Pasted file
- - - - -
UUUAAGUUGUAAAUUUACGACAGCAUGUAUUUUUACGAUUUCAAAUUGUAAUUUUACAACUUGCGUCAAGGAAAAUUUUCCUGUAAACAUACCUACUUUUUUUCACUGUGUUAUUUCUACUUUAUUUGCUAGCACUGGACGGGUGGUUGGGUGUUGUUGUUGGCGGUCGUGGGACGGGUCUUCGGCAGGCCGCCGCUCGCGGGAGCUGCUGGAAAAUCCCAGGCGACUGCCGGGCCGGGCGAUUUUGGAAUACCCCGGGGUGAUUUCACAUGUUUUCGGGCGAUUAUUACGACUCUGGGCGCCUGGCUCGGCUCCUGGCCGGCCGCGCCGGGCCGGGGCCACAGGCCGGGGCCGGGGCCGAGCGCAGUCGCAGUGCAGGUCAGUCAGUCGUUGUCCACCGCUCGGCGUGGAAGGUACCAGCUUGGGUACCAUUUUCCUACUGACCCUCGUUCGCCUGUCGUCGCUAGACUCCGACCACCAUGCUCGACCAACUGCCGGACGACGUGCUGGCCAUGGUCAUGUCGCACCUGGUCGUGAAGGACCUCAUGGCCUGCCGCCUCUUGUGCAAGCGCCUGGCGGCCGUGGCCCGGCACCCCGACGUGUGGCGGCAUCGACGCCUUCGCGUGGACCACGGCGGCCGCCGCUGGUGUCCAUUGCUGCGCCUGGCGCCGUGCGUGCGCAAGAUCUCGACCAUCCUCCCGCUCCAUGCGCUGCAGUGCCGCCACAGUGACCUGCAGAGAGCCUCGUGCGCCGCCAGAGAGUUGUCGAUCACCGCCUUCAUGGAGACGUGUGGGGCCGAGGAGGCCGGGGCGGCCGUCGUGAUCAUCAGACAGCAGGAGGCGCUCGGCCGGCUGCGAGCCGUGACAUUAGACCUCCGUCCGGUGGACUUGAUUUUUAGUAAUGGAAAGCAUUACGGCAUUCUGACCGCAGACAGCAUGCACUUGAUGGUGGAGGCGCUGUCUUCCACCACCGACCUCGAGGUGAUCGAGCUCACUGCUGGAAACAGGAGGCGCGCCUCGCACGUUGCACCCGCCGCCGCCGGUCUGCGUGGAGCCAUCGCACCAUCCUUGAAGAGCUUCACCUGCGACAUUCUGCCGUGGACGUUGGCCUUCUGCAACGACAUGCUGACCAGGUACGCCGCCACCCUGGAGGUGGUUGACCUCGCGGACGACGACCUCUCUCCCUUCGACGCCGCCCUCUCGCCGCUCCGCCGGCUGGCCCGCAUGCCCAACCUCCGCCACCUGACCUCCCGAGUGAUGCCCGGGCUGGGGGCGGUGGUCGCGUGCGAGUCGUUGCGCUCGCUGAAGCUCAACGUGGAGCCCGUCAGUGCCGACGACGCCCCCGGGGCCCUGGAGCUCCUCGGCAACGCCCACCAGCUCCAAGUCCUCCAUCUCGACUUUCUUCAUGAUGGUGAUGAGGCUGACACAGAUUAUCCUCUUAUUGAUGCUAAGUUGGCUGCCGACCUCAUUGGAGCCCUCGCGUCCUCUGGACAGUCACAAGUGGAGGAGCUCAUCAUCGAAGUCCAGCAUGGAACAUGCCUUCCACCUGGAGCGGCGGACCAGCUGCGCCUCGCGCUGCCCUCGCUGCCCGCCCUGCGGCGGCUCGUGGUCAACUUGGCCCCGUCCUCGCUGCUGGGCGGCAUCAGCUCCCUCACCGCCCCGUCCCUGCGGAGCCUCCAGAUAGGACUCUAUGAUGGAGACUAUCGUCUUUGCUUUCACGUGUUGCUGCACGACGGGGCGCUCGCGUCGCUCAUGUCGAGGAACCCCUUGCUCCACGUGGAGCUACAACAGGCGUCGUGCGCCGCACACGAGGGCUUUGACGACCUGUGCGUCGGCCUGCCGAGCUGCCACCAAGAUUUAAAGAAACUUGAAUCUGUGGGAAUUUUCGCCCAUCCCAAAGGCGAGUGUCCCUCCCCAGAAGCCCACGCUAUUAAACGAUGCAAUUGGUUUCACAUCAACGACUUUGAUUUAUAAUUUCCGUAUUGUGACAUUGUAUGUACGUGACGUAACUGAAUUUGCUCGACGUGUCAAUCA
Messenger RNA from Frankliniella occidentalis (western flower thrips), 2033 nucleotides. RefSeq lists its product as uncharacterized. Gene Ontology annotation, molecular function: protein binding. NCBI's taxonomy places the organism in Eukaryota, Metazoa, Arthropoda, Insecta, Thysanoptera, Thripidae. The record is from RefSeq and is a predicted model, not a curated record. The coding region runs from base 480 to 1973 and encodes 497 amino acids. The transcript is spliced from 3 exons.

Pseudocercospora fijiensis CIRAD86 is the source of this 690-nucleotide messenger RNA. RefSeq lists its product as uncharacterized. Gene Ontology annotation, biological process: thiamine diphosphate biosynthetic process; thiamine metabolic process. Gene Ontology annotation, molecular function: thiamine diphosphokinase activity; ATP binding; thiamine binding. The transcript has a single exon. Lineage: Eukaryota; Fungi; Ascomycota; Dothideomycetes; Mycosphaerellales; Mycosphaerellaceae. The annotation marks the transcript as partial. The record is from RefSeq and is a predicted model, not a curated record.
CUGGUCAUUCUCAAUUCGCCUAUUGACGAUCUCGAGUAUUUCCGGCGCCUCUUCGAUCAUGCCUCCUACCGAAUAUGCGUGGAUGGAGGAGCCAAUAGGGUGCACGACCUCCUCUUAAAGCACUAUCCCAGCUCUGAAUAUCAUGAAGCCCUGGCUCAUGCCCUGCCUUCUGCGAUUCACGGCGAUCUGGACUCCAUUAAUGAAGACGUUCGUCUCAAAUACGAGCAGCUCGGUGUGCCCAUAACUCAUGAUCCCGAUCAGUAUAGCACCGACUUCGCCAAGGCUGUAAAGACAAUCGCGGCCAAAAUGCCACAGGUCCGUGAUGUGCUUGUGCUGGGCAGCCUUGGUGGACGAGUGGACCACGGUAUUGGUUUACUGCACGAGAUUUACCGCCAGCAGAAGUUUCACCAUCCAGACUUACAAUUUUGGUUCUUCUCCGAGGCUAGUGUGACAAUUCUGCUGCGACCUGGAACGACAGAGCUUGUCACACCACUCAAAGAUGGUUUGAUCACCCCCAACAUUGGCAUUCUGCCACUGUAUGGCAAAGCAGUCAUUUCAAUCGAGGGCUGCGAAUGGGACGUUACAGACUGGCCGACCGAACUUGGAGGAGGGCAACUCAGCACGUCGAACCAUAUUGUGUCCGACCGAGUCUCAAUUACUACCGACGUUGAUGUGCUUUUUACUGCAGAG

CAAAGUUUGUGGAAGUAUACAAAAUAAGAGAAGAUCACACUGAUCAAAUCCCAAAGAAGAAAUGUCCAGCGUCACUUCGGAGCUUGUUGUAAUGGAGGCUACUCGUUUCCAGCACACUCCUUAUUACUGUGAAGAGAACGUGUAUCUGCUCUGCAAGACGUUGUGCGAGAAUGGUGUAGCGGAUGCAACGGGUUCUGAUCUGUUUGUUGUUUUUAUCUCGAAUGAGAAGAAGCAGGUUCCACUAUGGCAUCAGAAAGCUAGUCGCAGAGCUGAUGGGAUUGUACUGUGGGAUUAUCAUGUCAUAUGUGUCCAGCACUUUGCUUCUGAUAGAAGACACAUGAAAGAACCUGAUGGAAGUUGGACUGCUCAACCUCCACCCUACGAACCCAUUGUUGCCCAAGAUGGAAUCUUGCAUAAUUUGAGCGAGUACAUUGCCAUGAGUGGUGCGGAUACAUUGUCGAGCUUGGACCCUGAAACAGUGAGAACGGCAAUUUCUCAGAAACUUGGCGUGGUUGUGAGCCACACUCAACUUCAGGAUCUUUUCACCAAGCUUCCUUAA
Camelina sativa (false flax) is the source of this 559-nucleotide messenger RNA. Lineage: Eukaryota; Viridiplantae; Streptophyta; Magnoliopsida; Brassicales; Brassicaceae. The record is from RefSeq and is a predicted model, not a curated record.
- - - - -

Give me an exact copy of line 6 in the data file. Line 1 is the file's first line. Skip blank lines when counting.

Camelina sativa (false flax) is the source of this 559-nucleotide messenger RNA. Lineage: Eukaryota; Viridiplantae; Streptophyta; Magnoliopsida; Brassicales; Brassicaceae. The record is from RefSeq and is a predicted model, not a curated record.